Much is being made about the site of the Timothy Bradley-Devon Alexander junior welterweight fight on Jan. 29, the Pontiac Silverdome in Pontiac, Mich., which is about 25 miles from Detroit.
Alexander is a big draw in his native St. Louis and Bradley is from Southern California. The promotion landed in Detroit because the fighters wanted a neutral site and the owner of the stadium paid a hefty site fee, reportedly $600,000.
Yes, it was a strange choice. Pontiac is in the center of one of the most economically depressed areas in the country. Thus, it’s no surprise that ticket sales reportedly have been pathetically slow.
And then there’s the stadium itself. The 80,000-seat former home of the Detroit Lions, which in the mid-‘70s cost $55.7 million to construct, recently sold for an astonishing $583,000. Talk about plummeting real estate prices.
My reaction? Who the hell cares.
A few thousand people from the Detroit area, once a hotbed of boxing, will be fortunate enough to see Bradley-Alexander in person. The rest of us are lucky we have the opportunity to see it on HBO.
How often these days do we get to see two undefeated young American fighters with this kind of talent fight one another? Almost never.
We convinced ourselves that the Floyd Mayweather Jr.-Shane Mosley fight last year was the real deal but we learned quickly that we had fooled ourselves because we wanted it so badly.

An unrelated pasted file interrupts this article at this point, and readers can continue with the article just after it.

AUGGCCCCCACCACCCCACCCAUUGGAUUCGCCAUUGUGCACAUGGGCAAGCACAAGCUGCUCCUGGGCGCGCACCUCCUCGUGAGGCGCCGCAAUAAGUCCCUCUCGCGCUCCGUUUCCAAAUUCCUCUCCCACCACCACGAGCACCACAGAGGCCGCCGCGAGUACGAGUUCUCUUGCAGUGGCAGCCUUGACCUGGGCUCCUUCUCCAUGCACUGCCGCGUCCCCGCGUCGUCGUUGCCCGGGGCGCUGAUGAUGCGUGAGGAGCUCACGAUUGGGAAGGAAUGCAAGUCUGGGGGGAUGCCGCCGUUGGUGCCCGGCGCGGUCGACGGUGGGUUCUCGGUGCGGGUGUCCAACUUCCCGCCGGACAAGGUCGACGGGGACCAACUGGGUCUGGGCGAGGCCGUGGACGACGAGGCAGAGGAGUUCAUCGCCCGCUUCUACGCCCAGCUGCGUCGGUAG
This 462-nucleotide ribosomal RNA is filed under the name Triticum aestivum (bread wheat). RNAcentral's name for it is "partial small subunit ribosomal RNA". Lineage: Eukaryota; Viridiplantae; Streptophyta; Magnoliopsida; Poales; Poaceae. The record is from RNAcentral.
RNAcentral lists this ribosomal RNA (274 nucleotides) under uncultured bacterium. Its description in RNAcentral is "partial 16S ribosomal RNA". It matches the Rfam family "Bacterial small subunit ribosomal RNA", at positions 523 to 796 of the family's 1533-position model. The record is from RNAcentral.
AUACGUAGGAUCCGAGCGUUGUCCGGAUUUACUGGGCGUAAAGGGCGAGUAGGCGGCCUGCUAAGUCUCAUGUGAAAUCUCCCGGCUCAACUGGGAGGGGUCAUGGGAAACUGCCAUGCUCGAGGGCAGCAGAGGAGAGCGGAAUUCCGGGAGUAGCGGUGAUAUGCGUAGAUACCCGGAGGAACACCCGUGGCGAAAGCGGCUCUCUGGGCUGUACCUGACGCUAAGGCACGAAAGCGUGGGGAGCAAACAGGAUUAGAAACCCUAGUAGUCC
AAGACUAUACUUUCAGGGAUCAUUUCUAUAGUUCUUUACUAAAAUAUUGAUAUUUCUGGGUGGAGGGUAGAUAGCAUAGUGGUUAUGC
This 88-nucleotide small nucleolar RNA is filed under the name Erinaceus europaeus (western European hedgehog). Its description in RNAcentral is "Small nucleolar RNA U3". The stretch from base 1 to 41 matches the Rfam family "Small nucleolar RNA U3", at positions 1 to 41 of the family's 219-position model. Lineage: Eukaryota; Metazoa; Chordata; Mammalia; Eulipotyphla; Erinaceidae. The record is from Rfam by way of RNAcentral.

I’m not saying that Bradley-Alexander is Pacquiao-Mayweather or even Klitschko-Haye, two fights that would capture the imagination of the world. It isn’t even a huge event or it would be on pay-per-view TV and not on premium cable. Bradley and Alexander are still developing as attractions.
So what is it? Just about the best boxing can offer, the kind of fight we should be seeing all the time but don’t, the kind of fight that made us boxing fans in the first place.
And no one who watches it on the television is going to care that it’s taking place at the Silverdome or how many people are at ringside. The camera will be focused on the ring and rings are virtually the same everywhere.
Co-promoters Gary Shaw and Don King both tried to spin the decision to stage the fight in Pontiac as some sort of helping hand during rough times. Of course, that’s garbage. Shaw and King aren’t in the charity business.
They also tried to focus on the matchup itself as a way of dealing with the criticism over the site, which made sense.
“I put on the greatest fight of the decade, (Diego) Corrales and (Jose Luis) Castillo,” Shaw said on a conference call Tuesday. “And we didn’t sell 2,000 tickets. You never heard anyone say that the fight wasn’t extraordinary yet there weren’t 2,000 people in that arena.
“You’re seeing two great American fighters.”
Which is really all that matters.